The Transcendental Meditation movement refers to the programs and organizations connected with the Transcendental Meditation technique founded by Maharishi Mahesh Yogi in India in the 1950s. The organization was estimated to have 900,000 participants in 1977, a million by the 1980s, 5 million in more recent years. Programs include the Transcendental Meditation technique, an advanced meditation practice called the TM-Sidhi program, an alternative health care program called Maharishi Ayurveda, a system of building and architecture called Maharishi Sthapatya Ved; the TM movement's past and present media endeavors include a publishing company, a television station, a radio station, a satellite television channel. Its products and services have been offered through nonprofit and educational outlets, such as the Global Country of World Peace, the David Lynch Foundation; the TM movement operates a worldwide network of Transcendental Meditation teaching centers, universities, health centers, herbal supplement, solar panel, home financing companies, plus several TM-centered communities.
The global organization is reported to have an estimated net worth of USD 3.5 billion. The TM movement has been characterized in a variety of ways and has been called a spiritual movement, a new religious movement, a millenarian movement, a world affirming movement, a new social movement, a guru-centered movement, a personal growth movement, a religion, a cult. Participation in TM programs does not require a belief system and is practiced by people from a diverse group of religious affiliations. Maharishi Mahesh Yogi began teaching Transcendental Meditation in India in the late 1950s; the Maharishi began a series of world tours in 1958 to promote his meditation technique. The resulting publicity generated by the Maharishi, the celebrities who learned the technique and the scientific research into its effect, helped popularize the technique in the 1960s and 1970s. In the 1970s the Maharishi introduced advanced meditative techniques and his movement grew to encompass TM programs for schools and prisons.
In the 1980s additional programs aimed at improved health and well-being were developed based on the Maharishi's interpretation of the Vedic traditions. By the late 2000s, TM had been taught to millions of individuals and the Maharishi oversaw a large multinational movement which has continued since his death in 2008; the Maharishi's obituary in the New York Times credited the TM movement as being "a founding influence on what has grown into a multibillion-dollar self-help industry". The TM movement has been described as a "global movement" that utilizes its own international policies and transports its "core members" from country to country, it is said to be a "world affirming" and "accommodating" movement that does not seek to interfere with its member's involvement in their various religions. In 2008, The New York Times, reported that TM's "public interest" had continued to grow in the 1970s" however, some practitioners were discouraged "by the organization's promotion of.... Yogic Flying."
The organization was estimated to have 900,000 participants worldwide in 1977 according to new religious movement scholars Stark and Sims. That year the TM movement said there were 394 TM centers in the U. S. that about half of the 8,000 trained TM teachers were still active, that one million Americans had been taught the technique. The movement was reported to have a million participants by the 1980s, modern day estimates range between four and ten million practitioners worldwide; as of 1998, the country with the largest percentage of TM practitioners was Israel, where 50,000 people had learned the technique since its introduction in the 1960s, according members of the TM movement. In 2008, the Belfast Telegraph reported that an estimated 200,000 Britons practiced TM; the TM movement is said to have a flexible structure. Many are satisfied with their "independent practice of TM" and don't seek any further involvement with the organization. For many TM practitioners their meditation is "one of many New Age products that they consume."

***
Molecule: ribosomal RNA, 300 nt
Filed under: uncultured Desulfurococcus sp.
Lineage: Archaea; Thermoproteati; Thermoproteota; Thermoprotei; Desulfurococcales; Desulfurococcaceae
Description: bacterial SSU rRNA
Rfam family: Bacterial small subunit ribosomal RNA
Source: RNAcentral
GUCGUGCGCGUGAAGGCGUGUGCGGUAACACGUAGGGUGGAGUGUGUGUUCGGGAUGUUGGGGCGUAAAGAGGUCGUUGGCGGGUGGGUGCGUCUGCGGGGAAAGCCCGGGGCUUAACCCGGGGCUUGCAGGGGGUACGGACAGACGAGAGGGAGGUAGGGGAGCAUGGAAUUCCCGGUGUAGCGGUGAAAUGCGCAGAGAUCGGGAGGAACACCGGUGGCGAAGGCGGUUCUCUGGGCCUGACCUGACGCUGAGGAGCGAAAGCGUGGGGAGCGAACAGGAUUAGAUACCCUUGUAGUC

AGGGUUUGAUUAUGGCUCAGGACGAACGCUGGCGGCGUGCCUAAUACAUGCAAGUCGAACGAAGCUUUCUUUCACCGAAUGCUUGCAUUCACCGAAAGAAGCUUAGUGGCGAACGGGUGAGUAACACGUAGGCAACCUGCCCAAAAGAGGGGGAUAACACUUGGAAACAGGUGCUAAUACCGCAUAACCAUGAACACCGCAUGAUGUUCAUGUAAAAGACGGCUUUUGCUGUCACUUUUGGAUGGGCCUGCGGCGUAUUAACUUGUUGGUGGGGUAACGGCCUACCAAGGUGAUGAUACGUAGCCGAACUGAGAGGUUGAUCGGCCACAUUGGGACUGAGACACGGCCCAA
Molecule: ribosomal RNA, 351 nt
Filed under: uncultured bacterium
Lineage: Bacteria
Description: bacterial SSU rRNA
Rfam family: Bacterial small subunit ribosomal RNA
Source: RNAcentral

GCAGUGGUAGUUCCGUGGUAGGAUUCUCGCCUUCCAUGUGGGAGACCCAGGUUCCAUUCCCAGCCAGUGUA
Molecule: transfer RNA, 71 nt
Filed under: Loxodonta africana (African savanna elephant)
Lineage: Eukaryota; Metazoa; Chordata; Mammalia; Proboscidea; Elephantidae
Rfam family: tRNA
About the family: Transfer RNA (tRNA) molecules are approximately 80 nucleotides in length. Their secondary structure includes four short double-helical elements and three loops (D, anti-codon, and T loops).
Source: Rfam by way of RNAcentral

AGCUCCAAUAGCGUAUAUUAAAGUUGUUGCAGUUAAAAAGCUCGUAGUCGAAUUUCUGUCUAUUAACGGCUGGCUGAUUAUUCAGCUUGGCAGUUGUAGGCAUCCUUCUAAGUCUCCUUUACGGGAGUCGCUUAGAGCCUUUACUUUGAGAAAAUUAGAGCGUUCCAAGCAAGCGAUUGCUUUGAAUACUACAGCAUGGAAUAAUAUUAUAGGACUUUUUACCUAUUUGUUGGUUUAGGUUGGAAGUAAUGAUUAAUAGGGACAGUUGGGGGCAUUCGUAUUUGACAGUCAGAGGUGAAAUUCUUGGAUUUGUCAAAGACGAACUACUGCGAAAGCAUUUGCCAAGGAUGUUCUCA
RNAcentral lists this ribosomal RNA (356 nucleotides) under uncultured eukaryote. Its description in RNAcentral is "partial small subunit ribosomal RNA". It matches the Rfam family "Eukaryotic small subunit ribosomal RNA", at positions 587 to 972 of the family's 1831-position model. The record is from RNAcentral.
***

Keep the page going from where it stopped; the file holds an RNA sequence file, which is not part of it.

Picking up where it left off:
Other practitioners are "dedicated" but are critical of the organization. Still others, are "highly devoted" and participate in "mass meditations" at Maharishi University of Management, perform administrative activities or engage in a monastic lifestyle; the organization has a "loose organisational heirarchy ". Transcendental Meditators who participate in group meditations at Maharishi University of Management are referred to as "Citizens of the Age of Enlightenment". Regional leaders and "leading Transcendental Meditators" trained as TM teachers and graduates of the TM-Sidhi program are called "Governors of the Age of Enlightenment". There are "national leaders" and "top officials" of the "World Peace Government" that are called Rajas. Notable practitioners include: politicians John Hagelin and Joaquim Chissano, musicians Donovan, The Beatles, Sky Ferreira, Mike Love and celebrities David Lynch, Clint Eastwood, Mia Farrow, Howard Stern and Doug Henning. Practitioners who became spiritual teachers or self-help authors include Sri Sri Ravi Shankar, Deepak Chopra, John Gray and Barbara De Angelis.
TM initiated celebrities include: Gwyneth Paltrow, Ellen DeGeneres, Russell Simmons, Katy Perry, Susan Sarandon, Candy Crowley, Soledad O’Brien, George Stephanopoulos and Paul McCartney’s grandchildren. As of 2013, Jerry Seinfeld had been practicing TM for over 40 years. Oprah Winfrey and Dr. Oz dedicated an entire show to T. M; the Transcendental Meditation technique is a specific form of mantra meditation developed by Maharishi Ma